filing reports such as transportation

records, payrolls, work orders, and

bank statements; registering all District

vehicles; and keeping inventory of

office supplies for District personnel.

She also serves as a courier for the

District’s Columbus locations.

June is a graduate of Crete High

School. She has one son, Jeremy.

ALVIN MEYER

Newman Grove Local Superintendent

Meyer joined Loup

in 1997 as a Lineman

at Albion. He was

promoted to Journeyman

Lineman in

2003 and continued

in that position until

this promotion.

15 years

As Newman Grove

Local Superintendent,

Meyer Promotion

is responsible for

overseeing the

maintenance and construction of

Loup’s electric power transmission

and distribution system in the Newman

Grove and Lindsay areas. He also

directs customer service in the area.

Meyer is a native of Winnetoon and a

graduate of Creighton High School.

He earned an Associate of Applied

Science Degree in Utility Line from

Northeast Community College.

Meyer and his wife, Jenny, have four

grown children and six grandchildren.

JAMES REEG

Dredge Foreman

James Reeg of

Genoa joined Loup

in 1980 as a Maintenance

Man at the

Genoa Headworks.

In 1982, he was

promoted to Heavy

Equipment Relief

Operator. His job

title changed to

Equipment Operator

in 1986.

He was promoted to Dredge Operator

in 1993, and was promoted to his

current position of Dredge Foreman in

1997.

As Dredge Foreman, Reeg oversees

the operation and maintenance of the

District’s dredge at the Genoa Headworks.

The dredge vacuums sand from

the settling basin at the Headworks.

Reeg is a graduate of Genoa High

School. He and his wife, Joan, are the

parents of four children.

JUSTIN SHANLE

Meter,Relay, and Equipment Tech II

Justin Shanle of

Columbus was

promoted to Meter,

Relay and Equipment

Tech II in

November.

Shanle joined Loup

Power District as

Drafting Technician

in April 2020.

40 YEARS

Promotion

In his new role,

Shanle will install,

test, switch, and maintain substation

and line equipment. He will also operate

SCADA and load control systems.

Shanle is a graduate of Scotus Central

Catholic High School. He earned a

degree in Electromechanical Technology

from Southeast Community

College in Milford.

WINTER 2020 | 13


employee notes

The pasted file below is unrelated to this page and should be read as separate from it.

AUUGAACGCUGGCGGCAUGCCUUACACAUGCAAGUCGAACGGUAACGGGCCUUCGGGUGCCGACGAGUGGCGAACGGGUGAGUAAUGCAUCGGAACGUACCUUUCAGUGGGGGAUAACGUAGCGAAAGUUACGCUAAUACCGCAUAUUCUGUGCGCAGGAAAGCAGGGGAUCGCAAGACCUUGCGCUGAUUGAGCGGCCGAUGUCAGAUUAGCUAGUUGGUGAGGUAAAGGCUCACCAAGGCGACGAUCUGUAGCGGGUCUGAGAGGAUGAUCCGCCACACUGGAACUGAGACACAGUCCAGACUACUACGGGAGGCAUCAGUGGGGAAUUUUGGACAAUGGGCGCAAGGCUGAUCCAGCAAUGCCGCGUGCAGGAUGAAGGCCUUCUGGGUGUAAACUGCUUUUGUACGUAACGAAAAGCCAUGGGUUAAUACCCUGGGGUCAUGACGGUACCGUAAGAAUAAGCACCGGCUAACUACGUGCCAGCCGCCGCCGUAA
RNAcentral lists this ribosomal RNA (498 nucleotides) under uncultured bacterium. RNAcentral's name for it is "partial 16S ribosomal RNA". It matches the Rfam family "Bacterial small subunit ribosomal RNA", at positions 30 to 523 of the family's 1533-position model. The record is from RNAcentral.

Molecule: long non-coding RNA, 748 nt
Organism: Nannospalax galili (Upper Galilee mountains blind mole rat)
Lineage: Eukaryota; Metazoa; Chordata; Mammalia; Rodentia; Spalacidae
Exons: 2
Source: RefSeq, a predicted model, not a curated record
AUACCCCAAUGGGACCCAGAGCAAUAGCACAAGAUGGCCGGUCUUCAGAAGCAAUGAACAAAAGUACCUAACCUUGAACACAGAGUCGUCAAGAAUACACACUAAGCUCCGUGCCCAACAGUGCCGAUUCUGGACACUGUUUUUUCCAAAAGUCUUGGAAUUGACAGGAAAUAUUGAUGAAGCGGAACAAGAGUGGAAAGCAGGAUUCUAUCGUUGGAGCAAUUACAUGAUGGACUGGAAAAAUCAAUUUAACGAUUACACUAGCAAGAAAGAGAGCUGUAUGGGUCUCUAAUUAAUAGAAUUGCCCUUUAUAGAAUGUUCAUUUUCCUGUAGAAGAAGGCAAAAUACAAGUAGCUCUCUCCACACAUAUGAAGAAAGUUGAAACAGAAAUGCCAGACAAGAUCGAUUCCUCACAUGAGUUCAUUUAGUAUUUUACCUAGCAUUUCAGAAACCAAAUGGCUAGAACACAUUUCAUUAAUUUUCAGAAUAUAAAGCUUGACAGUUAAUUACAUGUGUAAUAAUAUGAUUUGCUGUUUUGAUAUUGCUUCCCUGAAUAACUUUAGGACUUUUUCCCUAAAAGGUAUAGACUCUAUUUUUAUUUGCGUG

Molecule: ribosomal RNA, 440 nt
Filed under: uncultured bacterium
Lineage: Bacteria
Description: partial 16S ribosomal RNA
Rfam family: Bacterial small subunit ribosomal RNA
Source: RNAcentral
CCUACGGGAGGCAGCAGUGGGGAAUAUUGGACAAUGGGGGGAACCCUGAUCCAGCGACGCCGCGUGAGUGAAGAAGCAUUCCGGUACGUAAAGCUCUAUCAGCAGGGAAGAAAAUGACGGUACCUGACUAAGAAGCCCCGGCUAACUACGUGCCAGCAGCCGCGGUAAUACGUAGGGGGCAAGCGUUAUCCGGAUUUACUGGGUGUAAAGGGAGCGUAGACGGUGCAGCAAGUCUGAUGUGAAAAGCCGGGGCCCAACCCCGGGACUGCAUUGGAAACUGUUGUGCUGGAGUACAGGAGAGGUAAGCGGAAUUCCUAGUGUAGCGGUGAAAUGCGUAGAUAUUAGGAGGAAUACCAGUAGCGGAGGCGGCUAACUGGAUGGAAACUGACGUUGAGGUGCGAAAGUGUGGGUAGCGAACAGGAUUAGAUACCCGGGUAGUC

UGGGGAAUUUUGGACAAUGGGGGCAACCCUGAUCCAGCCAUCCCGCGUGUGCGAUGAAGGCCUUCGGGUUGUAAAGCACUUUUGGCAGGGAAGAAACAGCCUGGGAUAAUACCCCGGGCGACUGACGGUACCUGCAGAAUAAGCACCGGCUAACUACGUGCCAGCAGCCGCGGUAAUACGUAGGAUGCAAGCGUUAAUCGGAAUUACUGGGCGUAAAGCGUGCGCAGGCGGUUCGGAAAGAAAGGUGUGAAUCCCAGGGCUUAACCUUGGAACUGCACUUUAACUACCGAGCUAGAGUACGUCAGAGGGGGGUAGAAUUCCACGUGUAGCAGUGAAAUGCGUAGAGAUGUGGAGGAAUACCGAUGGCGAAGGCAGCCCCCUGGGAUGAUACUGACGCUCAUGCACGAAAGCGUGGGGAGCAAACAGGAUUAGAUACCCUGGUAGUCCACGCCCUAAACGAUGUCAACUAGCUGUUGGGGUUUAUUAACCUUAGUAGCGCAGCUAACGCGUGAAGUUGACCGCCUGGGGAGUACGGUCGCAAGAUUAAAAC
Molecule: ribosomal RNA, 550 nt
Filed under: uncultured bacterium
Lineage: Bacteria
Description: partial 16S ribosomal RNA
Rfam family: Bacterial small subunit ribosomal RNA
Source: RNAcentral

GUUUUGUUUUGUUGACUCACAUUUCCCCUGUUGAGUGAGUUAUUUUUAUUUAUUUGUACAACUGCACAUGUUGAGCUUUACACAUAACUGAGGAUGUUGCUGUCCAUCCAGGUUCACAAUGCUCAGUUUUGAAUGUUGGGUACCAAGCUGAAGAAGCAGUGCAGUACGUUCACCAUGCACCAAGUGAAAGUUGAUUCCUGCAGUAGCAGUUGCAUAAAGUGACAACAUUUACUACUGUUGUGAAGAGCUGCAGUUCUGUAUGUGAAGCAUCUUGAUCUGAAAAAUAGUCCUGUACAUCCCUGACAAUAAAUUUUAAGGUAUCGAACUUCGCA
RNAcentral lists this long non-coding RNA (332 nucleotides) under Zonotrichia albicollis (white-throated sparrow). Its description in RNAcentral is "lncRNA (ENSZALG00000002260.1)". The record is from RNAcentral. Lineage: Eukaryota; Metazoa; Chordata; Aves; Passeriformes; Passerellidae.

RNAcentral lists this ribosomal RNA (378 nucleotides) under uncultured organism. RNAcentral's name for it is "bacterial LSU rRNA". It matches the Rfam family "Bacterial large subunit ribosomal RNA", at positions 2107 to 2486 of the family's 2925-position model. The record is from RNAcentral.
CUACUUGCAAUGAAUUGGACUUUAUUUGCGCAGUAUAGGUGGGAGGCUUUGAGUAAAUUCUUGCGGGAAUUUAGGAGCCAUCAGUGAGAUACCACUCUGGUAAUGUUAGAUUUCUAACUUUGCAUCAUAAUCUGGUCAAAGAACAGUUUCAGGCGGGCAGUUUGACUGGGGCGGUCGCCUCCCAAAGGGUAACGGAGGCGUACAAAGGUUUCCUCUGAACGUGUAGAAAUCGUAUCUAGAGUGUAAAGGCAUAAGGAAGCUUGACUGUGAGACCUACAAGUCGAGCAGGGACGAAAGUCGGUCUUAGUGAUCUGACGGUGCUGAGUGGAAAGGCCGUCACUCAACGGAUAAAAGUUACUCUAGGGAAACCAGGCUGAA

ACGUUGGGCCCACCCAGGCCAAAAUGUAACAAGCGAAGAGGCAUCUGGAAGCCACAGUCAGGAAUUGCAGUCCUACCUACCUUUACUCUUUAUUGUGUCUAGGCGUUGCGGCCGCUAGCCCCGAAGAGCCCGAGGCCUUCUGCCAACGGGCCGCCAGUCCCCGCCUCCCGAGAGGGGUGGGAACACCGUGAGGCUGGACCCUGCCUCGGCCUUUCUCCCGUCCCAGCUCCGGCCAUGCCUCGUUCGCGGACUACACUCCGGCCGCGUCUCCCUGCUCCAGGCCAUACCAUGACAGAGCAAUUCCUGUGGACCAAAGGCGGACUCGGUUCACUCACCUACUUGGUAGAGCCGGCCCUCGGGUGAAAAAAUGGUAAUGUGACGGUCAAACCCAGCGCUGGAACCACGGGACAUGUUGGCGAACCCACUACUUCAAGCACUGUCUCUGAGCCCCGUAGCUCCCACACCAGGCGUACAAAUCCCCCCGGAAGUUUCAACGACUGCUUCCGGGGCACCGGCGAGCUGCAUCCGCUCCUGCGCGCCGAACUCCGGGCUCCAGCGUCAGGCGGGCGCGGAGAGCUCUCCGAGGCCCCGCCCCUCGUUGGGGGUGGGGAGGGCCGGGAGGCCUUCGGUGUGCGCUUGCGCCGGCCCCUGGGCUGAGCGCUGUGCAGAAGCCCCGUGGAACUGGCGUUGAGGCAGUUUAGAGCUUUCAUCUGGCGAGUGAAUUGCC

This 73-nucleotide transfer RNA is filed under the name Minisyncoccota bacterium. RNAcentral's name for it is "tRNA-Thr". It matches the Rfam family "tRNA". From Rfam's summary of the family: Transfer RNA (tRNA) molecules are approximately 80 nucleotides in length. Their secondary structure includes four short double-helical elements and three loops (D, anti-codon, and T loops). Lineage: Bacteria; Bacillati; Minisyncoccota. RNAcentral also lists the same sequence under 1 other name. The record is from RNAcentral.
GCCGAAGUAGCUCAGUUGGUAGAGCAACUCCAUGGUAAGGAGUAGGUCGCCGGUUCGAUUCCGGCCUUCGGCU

JIM SCHINDEL

Albion Division Superintendent

Jim Schindel retired

from Loup Power

District after 44

years of service.

He joined Loup

in 1976 as an

Apprentice Lineman

at the Albion

Retail Operation. He

was promoted to

Lineman in 1977. He

Retired

was promoted to

Journeyman Lineman

in 1981 and became Line Foreman

at the Albion Retail Operation in 1993.

Schindel was promoted to Superintendent

in 2014.

As Albion Division Superintendent,

Schindel oversaw the operation and

maintenance of Loup’s electric transmission

and distribution system in the

Albion Division service area which

includes the northern part of Boone

and Platte Counties, and the southwest

corner of Madison County.

Shindel is a graduate of Hinton High

School in Hinton, Iowa. He attended

Northwest Iowa Technical College in

Sheldon, Iowa, where he earned an

Associate of Applied Science Degree

in Utility Line.

Schindel and his wife, Connie, are the

parents of three daughters: Amanda,

Crystal, and Alicia. They have eight

grandsons and three granddaughters.

JOYCE GUENTHER

Customer Billing Coordinator

Joyce Guenther of

Columbus joined

Loup in 2000 as

Cashier/Receptionist

at the Columbus

General Office.

Her title was

changed to

Customer Service

Representative

in 2009. She was

promoted to Lead

Customer Service

20 YEARS

Representative in 2015 and to Billing

Coordinator in 2017.

As Billing Coordinator, Guenther’s

responsibilities include reviewing and

processing all of the District’s billings;

coordinating readings, billings, and

delinquencies with Loup’s communities

outside of Columbus; reconciling

District meter inventory; and assisting

staff and customers with inquiries.

Guenther is a graduate of Schuyler

Central High School. She and her

husband, Larry, are the parents of two

grown children, Casey and Dylan. They

have two grandchildren.

GUY IMUS

Fullerton Division Superintendent

Fullerton Division

Superintendent

Guy Imus recently

marked 35 years

of service to Loup

Power District.

Imus joined Loup

in 1985 as an

Apprentice Lineman

at Fullerton. He

was promoted to 35 YEARS

Lineman in 1986

and to Journeyman

Lineman in 1989. Imus was named

Cedar Rapids Local Superintendent in

1991. He was promoted to his current

position of Fullerton Division Superintendent

in 2015.

As Fullerton Division Superintendent,

Imus oversees the operation and maintenance

of Loup’s electric transmission

and distribution system in the Fullerton

Division service area including Fullerton,

Belgrade, St. Edward, Cedar

Rapids, Primrose, Genoa, and Monroe.

Imus is a native of Belgrade and a

graduate of Fullerton High School.

He earned an Associate of Applied

Science Degree in Utility Line from

Northeast Community College in

Norfolk.

Imus and his wife, Vickie, are the

parents of two children: Jeremy and

Caitlin.

SAGE PENNY

Lineman

Sage Penny joined

Loup Power District

as a Lineman in

Fullerton in October.

As a Lineman,

Penny is a member

of the crew that is

responsible for the

construction, tree

trimming, operation,

and maintenance of

electric transmission and distribution

systems and substations in the

Fullerton Division.

Penny is originally from Decatur and

graduated from Tekamah-Herman High

School.

He earned a degree in Utility Line from

Mitchell Technical College in Mitchell,

SD. He previously worked at Burt

County Public Power District.